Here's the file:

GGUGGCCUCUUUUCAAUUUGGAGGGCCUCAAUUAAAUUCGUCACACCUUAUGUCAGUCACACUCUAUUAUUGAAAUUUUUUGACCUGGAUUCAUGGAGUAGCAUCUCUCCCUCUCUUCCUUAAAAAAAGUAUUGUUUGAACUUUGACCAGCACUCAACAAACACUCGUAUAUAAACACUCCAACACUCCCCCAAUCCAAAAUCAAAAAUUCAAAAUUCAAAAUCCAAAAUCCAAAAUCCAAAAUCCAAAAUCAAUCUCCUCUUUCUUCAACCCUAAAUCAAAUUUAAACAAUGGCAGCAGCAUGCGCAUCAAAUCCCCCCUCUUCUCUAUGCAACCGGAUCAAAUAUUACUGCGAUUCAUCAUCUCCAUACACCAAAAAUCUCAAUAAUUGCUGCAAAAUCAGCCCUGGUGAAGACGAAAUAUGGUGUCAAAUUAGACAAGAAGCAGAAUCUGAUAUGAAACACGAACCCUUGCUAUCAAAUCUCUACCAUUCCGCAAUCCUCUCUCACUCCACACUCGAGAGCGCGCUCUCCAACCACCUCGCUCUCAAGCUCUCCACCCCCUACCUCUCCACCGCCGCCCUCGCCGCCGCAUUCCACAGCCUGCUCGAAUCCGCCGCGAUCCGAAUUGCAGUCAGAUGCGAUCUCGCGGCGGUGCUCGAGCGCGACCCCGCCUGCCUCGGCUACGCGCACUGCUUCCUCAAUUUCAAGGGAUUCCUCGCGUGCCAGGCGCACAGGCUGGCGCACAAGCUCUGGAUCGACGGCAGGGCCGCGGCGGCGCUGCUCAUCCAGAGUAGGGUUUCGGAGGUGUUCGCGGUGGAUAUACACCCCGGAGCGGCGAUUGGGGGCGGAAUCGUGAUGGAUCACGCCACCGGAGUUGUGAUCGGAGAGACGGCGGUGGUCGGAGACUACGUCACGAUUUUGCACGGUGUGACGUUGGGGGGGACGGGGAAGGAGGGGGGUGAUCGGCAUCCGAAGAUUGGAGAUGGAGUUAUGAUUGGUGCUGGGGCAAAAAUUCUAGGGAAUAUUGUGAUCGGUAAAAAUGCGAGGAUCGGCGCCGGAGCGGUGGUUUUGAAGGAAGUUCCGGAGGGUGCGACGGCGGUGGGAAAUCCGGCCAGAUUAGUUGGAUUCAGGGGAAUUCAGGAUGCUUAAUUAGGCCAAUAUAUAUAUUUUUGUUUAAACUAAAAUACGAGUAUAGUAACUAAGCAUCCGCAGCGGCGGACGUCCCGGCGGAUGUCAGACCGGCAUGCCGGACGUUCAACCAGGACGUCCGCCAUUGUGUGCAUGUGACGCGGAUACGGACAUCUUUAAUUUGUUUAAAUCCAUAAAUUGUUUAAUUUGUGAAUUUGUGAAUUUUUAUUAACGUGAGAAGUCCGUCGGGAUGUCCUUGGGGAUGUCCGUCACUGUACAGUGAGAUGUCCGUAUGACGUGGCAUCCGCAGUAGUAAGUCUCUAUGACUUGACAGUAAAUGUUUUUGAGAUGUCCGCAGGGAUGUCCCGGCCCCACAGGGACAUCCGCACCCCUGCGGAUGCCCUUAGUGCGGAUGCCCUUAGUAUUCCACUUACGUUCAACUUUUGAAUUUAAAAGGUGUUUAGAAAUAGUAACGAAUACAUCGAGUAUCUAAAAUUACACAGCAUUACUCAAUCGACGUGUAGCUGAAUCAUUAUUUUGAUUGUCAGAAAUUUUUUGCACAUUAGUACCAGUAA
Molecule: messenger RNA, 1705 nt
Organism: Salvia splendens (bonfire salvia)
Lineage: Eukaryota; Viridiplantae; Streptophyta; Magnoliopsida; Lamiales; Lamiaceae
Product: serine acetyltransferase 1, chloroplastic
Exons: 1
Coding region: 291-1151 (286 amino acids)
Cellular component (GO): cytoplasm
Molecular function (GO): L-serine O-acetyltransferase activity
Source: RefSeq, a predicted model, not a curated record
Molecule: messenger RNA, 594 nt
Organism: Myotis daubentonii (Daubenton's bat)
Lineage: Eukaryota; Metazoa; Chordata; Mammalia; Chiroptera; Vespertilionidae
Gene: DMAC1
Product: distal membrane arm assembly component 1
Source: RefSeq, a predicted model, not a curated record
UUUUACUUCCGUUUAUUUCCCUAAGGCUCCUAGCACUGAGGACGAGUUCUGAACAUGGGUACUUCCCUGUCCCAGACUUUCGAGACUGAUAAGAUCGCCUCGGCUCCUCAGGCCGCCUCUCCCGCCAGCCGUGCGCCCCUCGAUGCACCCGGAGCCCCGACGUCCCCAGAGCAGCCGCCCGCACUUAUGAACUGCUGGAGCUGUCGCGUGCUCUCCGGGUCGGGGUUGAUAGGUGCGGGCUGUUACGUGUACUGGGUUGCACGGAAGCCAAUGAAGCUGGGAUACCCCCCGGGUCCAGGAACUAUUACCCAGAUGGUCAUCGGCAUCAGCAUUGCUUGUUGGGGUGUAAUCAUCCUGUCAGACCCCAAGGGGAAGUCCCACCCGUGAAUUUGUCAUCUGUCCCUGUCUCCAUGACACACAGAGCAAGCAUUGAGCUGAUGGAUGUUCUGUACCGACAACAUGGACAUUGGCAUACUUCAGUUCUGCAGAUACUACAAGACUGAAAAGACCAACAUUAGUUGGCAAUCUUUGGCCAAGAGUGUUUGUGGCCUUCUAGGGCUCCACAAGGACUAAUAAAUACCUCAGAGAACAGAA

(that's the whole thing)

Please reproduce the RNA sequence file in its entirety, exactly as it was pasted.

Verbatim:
GGUGGCCUCUUUUCAAUUUGGAGGGCCUCAAUUAAAUUCGUCACACCUUAUGUCAGUCACACUCUAUUAUUGAAAUUUUUUGACCUGGAUUCAUGGAGUAGCAUCUCUCCCUCUCUUCCUUAAAAAAAGUAUUGUUUGAACUUUGACCAGCACUCAACAAACACUCGUAUAUAAACACUCCAACACUCCCCCAAUCCAAAAUCAAAAAUUCAAAAUUCAAAAUCCAAAAUCCAAAAUCCAAAAUCCAAAAUCAAUCUCCUCUUUCUUCAACCCUAAAUCAAAUUUAAACAAUGGCAGCAGCAUGCGCAUCAAAUCCCCCCUCUUCUCUAUGCAACCGGAUCAAAUAUUACUGCGAUUCAUCAUCUCCAUACACCAAAAAUCUCAAUAAUUGCUGCAAAAUCAGCCCUGGUGAAGACGAAAUAUGGUGUCAAAUUAGACAAGAAGCAGAAUCUGAUAUGAAACACGAACCCUUGCUAUCAAAUCUCUACCAUUCCGCAAUCCUCUCUCACUCCACACUCGAGAGCGCGCUCUCCAACCACCUCGCUCUCAAGCUCUCCACCCCCUACCUCUCCACCGCCGCCCUCGCCGCCGCAUUCCACAGCCUGCUCGAAUCCGCCGCGAUCCGAAUUGCAGUCAGAUGCGAUCUCGCGGCGGUGCUCGAGCGCGACCCCGCCUGCCUCGGCUACGCGCACUGCUUCCUCAAUUUCAAGGGAUUCCUCGCGUGCCAGGCGCACAGGCUGGCGCACAAGCUCUGGAUCGACGGCAGGGCCGCGGCGGCGCUGCUCAUCCAGAGUAGGGUUUCGGAGGUGUUCGCGGUGGAUAUACACCCCGGAGCGGCGAUUGGGGGCGGAAUCGUGAUGGAUCACGCCACCGGAGUUGUGAUCGGAGAGACGGCGGUGGUCGGAGACUACGUCACGAUUUUGCACGGUGUGACGUUGGGGGGGACGGGGAAGGAGGGGGGUGAUCGGCAUCCGAAGAUUGGAGAUGGAGUUAUGAUUGGUGCUGGGGCAAAAAUUCUAGGGAAUAUUGUGAUCGGUAAAAAUGCGAGGAUCGGCGCCGGAGCGGUGGUUUUGAAGGAAGUUCCGGAGGGUGCGACGGCGGUGGGAAAUCCGGCCAGAUUAGUUGGAUUCAGGGGAAUUCAGGAUGCUUAAUUAGGCCAAUAUAUAUAUUUUUGUUUAAACUAAAAUACGAGUAUAGUAACUAAGCAUCCGCAGCGGCGGACGUCCCGGCGGAUGUCAGACCGGCAUGCCGGACGUUCAACCAGGACGUCCGCCAUUGUGUGCAUGUGACGCGGAUACGGACAUCUUUAAUUUGUUUAAAUCCAUAAAUUGUUUAAUUUGUGAAUUUGUGAAUUUUUAUUAACGUGAGAAGUCCGUCGGGAUGUCCUUGGGGAUGUCCGUCACUGUACAGUGAGAUGUCCGUAUGACGUGGCAUCCGCAGUAGUAAGUCUCUAUGACUUGACAGUAAAUGUUUUUGAGAUGUCCGCAGGGAUGUCCCGGCCCCACAGGGACAUCCGCACCCCUGCGGAUGCCCUUAGUGCGGAUGCCCUUAGUAUUCCACUUACGUUCAACUUUUGAAUUUAAAAGGUGUUUAGAAAUAGUAACGAAUACAUCGAGUAUCUAAAAUUACACAGCAUUACUCAAUCGACGUGUAGCUGAAUCAUUAUUUUGAUUGUCAGAAAUUUUUUGCACAUUAGUACCAGUAA
Molecule: messenger RNA, 1705 nt
Organism: Salvia splendens (bonfire salvia)
Lineage: Eukaryota; Viridiplantae; Streptophyta; Magnoliopsida; Lamiales; Lamiaceae
Product: serine acetyltransferase 1, chloroplastic
Exons: 1
Coding region: 291-1151 (286 amino acids)
Cellular component (GO): cytoplasm
Molecular function (GO): L-serine O-acetyltransferase activity
Source: RefSeq, a predicted model, not a curated record
Molecule: messenger RNA, 594 nt
Organism: Myotis daubentonii (Daubenton's bat)
Lineage: Eukaryota; Metazoa; Chordata; Mammalia; Chiroptera; Vespertilionidae
Gene: DMAC1
Product: distal membrane arm assembly component 1
Source: RefSeq, a predicted model, not a curated record
UUUUACUUCCGUUUAUUUCCCUAAGGCUCCUAGCACUGAGGACGAGUUCUGAACAUGGGUACUUCCCUGUCCCAGACUUUCGAGACUGAUAAGAUCGCCUCGGCUCCUCAGGCCGCCUCUCCCGCCAGCCGUGCGCCCCUCGAUGCACCCGGAGCCCCGACGUCCCCAGAGCAGCCGCCCGCACUUAUGAACUGCUGGAGCUGUCGCGUGCUCUCCGGGUCGGGGUUGAUAGGUGCGGGCUGUUACGUGUACUGGGUUGCACGGAAGCCAAUGAAGCUGGGAUACCCCCCGGGUCCAGGAACUAUUACCCAGAUGGUCAUCGGCAUCAGCAUUGCUUGUUGGGGUGUAAUCAUCCUGUCAGACCCCAAGGGGAAGUCCCACCCGUGAAUUUGUCAUCUGUCCCUGUCUCCAUGACACACAGAGCAAGCAUUGAGCUGAUGGAUGUUCUGUACCGACAACAUGGACAUUGGCAUACUUCAGUUCUGCAGAUACUACAAGACUGAAAAGACCAACAUUAGUUGGCAAUCUUUGGCCAAGAGUGUUUGUGGCCUUCUAGGGCUCCACAAGGACUAAUAAAUACCUCAGAGAACAGAA